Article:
South Sudan’s VP of Service Cluster recovers from COVID-19.
Hussein Abdelbagi, Vice President of Service Cluster, has declared that he is now COVID-19-free after re-testing for the virus and discovering that it has been cured on Wednesday.
Abdelbagi tested positive for the virus for the second time a week ago, after having symptoms for two weeks. He told the media about it last week.
The VP said that after self-isolating after being declared positive for the virus, his sample was obtained and analyzed many times, and all of the findings were consistently negative.
Abdelbagi, who is also the head of the National Taskforce for COVID-19, said that he had been suffering from the illness and a cough.
“Since then, I’ve been self-quarantined until two days ago, when I tested again and the result was negative.” I retested today for the second time, and the results were consistently negative. As a result, I am pleased to inform the public that I am no longer infected with COVID-19,” he said.
Last year, Abdelbegi was the sixth South Sudanese government official to test positive for the virus in May, only a month after the illness was first detected in the nation in March.
The public health laboratory-verified 90 positive cases of COVID-19 in the previous 24 hours. One individual was admitted to the infectious illness unit as a result of those instances.
Since March 2020, a total of 297,596 tests have been done across the nation. In addition, according to the Ministry of Health’s daily reports, 12,934 persons have recovered from the sickness. Out of the 15,242 confirmed cases in South Sudan, 135 individuals have died as a result of the infection.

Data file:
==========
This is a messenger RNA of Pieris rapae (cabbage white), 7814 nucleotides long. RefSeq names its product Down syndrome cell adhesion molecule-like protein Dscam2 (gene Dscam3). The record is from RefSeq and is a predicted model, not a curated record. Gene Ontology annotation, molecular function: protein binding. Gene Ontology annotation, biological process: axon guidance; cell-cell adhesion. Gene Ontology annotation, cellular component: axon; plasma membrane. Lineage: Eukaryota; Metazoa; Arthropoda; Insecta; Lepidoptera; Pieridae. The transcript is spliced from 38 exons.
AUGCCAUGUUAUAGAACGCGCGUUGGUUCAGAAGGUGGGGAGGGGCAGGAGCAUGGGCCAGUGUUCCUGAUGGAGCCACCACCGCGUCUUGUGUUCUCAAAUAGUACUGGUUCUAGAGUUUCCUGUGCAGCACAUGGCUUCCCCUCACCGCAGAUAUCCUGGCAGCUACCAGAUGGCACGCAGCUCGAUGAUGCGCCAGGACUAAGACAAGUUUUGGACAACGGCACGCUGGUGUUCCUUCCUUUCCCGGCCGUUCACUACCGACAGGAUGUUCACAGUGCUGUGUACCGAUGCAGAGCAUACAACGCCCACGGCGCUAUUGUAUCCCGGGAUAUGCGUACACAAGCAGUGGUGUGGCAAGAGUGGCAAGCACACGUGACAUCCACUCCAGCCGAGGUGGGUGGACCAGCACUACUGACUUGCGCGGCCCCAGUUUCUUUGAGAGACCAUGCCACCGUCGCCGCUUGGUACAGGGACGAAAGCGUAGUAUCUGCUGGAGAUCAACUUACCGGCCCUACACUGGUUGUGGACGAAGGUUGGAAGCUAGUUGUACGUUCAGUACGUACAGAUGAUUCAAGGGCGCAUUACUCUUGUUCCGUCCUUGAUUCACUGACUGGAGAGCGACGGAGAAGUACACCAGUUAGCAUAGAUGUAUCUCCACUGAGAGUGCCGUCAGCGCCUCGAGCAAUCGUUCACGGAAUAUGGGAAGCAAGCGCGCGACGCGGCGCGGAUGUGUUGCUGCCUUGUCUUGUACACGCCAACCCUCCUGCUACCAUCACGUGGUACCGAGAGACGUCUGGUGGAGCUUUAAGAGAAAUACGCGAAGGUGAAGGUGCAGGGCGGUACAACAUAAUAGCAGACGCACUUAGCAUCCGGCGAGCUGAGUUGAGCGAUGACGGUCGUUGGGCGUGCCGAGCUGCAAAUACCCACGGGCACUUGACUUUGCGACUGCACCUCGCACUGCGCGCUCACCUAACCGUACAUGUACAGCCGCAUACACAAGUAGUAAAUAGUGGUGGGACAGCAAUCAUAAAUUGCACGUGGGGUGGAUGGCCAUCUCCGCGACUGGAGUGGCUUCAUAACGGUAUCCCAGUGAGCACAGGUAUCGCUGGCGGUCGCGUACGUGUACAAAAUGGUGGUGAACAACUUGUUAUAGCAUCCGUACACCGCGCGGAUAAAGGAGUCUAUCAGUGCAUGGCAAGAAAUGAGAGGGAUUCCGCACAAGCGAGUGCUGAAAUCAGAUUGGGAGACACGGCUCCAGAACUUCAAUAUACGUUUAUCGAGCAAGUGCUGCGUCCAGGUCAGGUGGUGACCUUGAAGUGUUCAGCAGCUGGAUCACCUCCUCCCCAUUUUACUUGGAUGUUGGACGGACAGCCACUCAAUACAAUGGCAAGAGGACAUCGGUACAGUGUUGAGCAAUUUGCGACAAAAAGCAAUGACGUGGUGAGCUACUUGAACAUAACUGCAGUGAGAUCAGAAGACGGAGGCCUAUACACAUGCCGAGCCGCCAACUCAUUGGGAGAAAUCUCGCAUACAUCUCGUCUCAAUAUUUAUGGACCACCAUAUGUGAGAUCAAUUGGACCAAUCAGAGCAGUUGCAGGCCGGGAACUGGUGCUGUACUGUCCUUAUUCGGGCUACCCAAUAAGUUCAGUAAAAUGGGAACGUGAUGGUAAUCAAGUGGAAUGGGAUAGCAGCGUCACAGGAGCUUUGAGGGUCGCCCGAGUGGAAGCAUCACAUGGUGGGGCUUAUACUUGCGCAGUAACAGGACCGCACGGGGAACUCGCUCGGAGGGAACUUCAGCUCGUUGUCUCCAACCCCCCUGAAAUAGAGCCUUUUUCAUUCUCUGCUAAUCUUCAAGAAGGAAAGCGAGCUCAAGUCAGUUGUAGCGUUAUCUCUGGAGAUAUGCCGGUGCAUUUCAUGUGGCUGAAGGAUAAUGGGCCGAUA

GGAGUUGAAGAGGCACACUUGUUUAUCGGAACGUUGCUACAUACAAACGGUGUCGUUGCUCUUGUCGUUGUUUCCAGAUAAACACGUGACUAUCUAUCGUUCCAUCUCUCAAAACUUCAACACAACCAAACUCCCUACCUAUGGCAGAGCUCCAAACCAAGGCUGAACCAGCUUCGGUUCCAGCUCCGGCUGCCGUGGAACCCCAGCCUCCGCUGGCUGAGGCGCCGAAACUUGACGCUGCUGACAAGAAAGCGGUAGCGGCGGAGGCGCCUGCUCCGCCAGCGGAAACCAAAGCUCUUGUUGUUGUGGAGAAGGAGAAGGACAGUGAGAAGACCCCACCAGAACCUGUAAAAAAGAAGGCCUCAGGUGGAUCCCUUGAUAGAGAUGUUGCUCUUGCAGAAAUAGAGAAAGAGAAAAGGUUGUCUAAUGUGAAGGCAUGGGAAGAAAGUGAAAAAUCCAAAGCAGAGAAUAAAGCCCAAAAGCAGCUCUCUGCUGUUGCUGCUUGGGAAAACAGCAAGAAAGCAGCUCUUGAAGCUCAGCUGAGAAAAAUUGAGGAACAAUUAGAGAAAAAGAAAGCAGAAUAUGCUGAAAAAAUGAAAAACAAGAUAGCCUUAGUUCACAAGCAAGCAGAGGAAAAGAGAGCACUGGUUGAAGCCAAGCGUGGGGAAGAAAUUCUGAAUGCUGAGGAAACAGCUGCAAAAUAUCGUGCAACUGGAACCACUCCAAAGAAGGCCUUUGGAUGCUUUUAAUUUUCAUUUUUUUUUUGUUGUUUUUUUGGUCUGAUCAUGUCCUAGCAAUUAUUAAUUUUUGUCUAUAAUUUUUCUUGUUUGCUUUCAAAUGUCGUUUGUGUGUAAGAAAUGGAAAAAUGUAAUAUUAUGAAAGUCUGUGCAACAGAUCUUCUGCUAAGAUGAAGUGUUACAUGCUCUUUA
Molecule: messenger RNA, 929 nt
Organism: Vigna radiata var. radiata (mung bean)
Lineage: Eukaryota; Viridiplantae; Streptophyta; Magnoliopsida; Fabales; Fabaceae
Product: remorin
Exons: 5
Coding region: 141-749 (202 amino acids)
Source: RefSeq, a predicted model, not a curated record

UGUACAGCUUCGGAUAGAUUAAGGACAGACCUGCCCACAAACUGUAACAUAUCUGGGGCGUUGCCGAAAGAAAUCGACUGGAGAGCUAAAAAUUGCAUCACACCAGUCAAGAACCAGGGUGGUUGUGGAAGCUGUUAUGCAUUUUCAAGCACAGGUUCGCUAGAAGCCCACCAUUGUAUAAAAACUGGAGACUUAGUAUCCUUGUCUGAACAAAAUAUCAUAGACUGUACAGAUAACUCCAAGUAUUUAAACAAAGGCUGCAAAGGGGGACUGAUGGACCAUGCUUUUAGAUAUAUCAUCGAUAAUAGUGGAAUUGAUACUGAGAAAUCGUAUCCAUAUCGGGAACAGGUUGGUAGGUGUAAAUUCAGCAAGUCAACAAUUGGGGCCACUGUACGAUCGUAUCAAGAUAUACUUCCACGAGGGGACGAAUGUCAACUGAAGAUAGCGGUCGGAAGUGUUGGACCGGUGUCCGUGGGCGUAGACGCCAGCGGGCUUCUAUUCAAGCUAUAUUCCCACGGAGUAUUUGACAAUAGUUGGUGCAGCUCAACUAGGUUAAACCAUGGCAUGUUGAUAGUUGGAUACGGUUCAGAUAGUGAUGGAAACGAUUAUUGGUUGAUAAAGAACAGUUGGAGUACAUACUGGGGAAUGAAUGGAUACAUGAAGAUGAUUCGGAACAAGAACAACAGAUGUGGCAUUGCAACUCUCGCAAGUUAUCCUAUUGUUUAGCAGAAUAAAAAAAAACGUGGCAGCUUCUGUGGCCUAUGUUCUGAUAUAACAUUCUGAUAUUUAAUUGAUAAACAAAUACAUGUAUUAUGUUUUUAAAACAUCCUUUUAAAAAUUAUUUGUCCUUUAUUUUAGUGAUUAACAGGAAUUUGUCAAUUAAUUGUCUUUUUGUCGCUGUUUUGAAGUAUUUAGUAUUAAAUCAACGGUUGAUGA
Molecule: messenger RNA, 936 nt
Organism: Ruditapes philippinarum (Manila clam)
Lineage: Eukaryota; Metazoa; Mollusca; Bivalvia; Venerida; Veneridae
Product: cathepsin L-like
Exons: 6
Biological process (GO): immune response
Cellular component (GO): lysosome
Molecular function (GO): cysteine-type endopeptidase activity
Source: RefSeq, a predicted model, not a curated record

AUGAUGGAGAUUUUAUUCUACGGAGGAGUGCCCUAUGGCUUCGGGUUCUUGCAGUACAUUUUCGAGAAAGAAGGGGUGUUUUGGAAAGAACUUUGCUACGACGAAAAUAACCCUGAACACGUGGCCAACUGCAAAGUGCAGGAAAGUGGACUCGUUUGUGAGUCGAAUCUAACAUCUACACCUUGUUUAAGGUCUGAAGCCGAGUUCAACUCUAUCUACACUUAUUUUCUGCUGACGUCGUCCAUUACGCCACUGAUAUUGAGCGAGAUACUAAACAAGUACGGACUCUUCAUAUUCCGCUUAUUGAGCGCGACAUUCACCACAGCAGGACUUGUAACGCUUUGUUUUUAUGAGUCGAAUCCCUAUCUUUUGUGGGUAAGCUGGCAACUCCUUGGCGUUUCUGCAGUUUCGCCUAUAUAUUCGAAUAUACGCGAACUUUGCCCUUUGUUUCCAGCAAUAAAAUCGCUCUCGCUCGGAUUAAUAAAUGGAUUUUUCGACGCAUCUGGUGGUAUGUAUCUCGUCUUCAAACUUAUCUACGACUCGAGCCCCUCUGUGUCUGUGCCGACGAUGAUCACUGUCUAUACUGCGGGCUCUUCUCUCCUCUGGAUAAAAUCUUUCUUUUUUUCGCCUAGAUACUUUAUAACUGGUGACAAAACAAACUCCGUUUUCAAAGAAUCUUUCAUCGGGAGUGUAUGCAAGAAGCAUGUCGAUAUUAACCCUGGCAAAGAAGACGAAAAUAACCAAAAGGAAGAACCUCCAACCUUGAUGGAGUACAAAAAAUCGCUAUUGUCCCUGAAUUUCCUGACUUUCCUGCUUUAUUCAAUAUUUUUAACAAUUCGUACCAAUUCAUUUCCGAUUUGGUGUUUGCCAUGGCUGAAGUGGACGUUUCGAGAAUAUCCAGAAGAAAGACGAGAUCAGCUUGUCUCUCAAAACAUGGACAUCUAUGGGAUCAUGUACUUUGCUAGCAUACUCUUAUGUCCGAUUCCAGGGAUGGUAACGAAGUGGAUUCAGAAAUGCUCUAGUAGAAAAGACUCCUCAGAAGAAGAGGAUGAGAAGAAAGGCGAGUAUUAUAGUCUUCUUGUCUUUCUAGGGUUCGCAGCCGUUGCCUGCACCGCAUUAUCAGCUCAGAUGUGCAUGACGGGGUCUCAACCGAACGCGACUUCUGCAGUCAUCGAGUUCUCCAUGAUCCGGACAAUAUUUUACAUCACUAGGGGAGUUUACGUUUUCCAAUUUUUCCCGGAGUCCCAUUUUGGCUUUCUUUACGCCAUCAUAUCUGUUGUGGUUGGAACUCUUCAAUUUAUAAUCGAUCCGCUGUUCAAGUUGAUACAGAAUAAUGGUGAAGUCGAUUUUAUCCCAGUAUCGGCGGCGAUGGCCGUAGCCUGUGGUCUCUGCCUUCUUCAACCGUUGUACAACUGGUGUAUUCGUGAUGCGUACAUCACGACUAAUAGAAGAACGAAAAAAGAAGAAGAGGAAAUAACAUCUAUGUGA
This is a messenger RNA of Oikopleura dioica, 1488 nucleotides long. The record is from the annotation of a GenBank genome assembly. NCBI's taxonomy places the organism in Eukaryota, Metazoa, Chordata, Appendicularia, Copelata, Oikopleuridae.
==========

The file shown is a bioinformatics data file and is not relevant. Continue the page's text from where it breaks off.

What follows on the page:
To combat the virus’s spread, the South Sudanese government has previously implemented limitations such as the closure of educational institutions, churches, and mosques to avoid overcrowding, travel restrictions, and many more.
The high-level COVID-19 committee, led by Vice President Hussein Abdelbagi, recently declared another partial lockdown, claiming a rise in the number of positive cases as well as the development of the new strain, omicron, as stated by the World Health Organization. Scientists recently identified the Omicron variety in South Africa.
The directive was in force from December 21, 2021, until January 10, 2022.
Abdelbagi asked the public to follow the COVID-19 public health protocol by wearing face masks, washing hands or using sanitizers, keeping social distance, and getting vaccinated.